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The New International Encyclopædia/Dinocrates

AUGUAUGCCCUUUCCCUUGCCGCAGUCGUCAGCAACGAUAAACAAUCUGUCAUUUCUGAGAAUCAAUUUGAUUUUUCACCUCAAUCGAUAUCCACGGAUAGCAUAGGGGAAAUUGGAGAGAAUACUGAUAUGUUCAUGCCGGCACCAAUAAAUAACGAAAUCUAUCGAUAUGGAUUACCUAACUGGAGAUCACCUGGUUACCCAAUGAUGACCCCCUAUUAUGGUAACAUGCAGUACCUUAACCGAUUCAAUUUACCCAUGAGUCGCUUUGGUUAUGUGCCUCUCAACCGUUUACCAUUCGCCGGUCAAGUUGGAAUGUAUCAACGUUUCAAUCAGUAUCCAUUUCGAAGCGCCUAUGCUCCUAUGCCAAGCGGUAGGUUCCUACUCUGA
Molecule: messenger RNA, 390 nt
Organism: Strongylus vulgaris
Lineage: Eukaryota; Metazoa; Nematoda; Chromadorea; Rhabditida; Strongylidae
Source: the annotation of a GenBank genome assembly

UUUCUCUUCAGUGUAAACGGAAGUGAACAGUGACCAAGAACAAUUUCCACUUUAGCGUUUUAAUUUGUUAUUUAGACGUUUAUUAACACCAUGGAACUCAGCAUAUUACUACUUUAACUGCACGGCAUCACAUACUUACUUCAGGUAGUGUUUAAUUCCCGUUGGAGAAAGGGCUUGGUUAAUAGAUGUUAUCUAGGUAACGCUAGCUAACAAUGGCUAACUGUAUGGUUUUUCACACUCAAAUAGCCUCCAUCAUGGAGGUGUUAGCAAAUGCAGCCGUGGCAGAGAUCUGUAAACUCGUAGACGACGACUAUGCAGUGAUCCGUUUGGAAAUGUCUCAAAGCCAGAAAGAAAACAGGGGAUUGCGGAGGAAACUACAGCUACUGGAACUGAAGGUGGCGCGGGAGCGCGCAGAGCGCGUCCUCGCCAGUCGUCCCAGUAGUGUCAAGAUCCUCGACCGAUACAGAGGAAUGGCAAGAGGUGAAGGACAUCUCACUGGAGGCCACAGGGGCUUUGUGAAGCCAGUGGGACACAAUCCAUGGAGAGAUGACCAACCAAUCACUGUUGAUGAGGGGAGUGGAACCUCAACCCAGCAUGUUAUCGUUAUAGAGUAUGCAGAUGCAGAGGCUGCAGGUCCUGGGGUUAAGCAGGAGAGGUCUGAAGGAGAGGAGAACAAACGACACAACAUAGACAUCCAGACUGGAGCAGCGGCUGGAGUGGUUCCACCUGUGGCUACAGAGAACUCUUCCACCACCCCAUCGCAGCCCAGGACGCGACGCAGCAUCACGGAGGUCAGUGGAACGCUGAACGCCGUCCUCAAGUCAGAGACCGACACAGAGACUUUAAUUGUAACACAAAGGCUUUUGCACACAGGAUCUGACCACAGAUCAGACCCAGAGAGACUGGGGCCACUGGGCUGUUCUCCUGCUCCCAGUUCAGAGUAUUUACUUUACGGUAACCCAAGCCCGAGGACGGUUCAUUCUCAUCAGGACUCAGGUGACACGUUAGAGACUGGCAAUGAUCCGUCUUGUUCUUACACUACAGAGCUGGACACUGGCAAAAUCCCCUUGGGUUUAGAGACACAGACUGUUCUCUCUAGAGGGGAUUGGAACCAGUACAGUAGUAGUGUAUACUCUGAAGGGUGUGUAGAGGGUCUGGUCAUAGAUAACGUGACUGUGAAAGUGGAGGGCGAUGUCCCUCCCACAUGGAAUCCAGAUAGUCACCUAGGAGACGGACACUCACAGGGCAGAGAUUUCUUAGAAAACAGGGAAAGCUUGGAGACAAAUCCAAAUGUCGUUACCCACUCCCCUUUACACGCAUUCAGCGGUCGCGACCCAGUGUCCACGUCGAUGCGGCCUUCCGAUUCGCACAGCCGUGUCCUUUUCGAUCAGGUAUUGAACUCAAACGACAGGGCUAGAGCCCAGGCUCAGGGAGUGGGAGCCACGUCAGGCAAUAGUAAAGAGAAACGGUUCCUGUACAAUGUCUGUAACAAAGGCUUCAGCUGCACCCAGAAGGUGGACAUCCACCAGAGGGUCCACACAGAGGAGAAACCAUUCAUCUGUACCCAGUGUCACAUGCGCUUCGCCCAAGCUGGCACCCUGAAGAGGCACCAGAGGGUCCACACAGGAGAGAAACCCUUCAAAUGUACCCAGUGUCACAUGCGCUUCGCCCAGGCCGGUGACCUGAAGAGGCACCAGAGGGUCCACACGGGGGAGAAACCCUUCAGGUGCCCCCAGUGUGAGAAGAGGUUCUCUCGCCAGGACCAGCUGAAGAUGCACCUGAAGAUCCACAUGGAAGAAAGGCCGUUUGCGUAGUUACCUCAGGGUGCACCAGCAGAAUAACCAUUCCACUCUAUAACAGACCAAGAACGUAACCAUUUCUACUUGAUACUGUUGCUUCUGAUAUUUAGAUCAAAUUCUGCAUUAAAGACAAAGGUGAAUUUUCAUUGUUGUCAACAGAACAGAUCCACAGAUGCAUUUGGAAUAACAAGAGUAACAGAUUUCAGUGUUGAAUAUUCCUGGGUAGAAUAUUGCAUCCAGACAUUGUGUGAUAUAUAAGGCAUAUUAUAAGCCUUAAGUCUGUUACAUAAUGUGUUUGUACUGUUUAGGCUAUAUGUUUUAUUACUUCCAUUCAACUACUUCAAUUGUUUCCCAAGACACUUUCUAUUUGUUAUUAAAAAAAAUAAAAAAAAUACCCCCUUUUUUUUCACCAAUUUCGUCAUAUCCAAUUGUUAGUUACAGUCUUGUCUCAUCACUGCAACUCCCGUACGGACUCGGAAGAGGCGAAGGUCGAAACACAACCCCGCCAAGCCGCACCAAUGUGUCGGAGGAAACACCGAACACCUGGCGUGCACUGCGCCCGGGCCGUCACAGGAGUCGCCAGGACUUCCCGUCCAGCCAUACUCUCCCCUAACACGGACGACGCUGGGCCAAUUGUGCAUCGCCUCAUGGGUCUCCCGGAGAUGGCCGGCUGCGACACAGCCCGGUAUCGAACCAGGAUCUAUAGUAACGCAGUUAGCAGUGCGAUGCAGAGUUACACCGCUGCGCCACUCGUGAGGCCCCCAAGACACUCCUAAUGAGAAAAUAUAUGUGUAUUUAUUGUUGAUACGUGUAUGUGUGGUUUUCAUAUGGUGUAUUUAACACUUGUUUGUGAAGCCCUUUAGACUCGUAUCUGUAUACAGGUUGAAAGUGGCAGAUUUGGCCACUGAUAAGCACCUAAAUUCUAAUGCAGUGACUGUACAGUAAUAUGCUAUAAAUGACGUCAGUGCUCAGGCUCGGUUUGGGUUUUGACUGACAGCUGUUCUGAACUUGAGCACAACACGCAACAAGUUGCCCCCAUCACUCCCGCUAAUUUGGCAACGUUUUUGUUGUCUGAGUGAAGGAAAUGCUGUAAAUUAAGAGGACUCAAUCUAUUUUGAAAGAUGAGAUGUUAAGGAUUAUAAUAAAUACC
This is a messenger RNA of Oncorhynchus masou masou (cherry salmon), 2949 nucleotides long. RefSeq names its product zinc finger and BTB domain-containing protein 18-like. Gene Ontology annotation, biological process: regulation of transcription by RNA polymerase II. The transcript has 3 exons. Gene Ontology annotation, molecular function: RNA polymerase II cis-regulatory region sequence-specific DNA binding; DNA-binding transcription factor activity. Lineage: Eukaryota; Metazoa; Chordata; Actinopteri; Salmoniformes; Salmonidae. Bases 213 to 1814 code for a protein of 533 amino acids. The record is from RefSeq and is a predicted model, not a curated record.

DINOC′RATES (Lat., from Gk. Δεινοκράτης Deinokratēs). A Greek architect of the time of Alexander the Great. According to Vitruvius, he visited the camp of Alexander with letters of introduction, but was unable to secure an audience. Relying upon his athletic figure, he at length decked himself in the costume of Heracles, with lion's skin and club, and thus attracted the notice of the King. He then proposed to Alexander to carve the huge mass of Mount Athos into a human figure, holding a city in one hand and a vessel of water in the other. The work was never attempted, but Dinocrates was taken into the favor of the King, and employed as architect in the foundation of Alexandria. He was also employed by the Ephesians in the reconstruction of the Temple of Diana (q.v.). The story that he designed a temple of Arsinoë, wife of Ptolemy II., Philadelphus, in which an iron statue of the Queen was to be held suspended by a loadstone roof, is, on chronological grounds, impossible.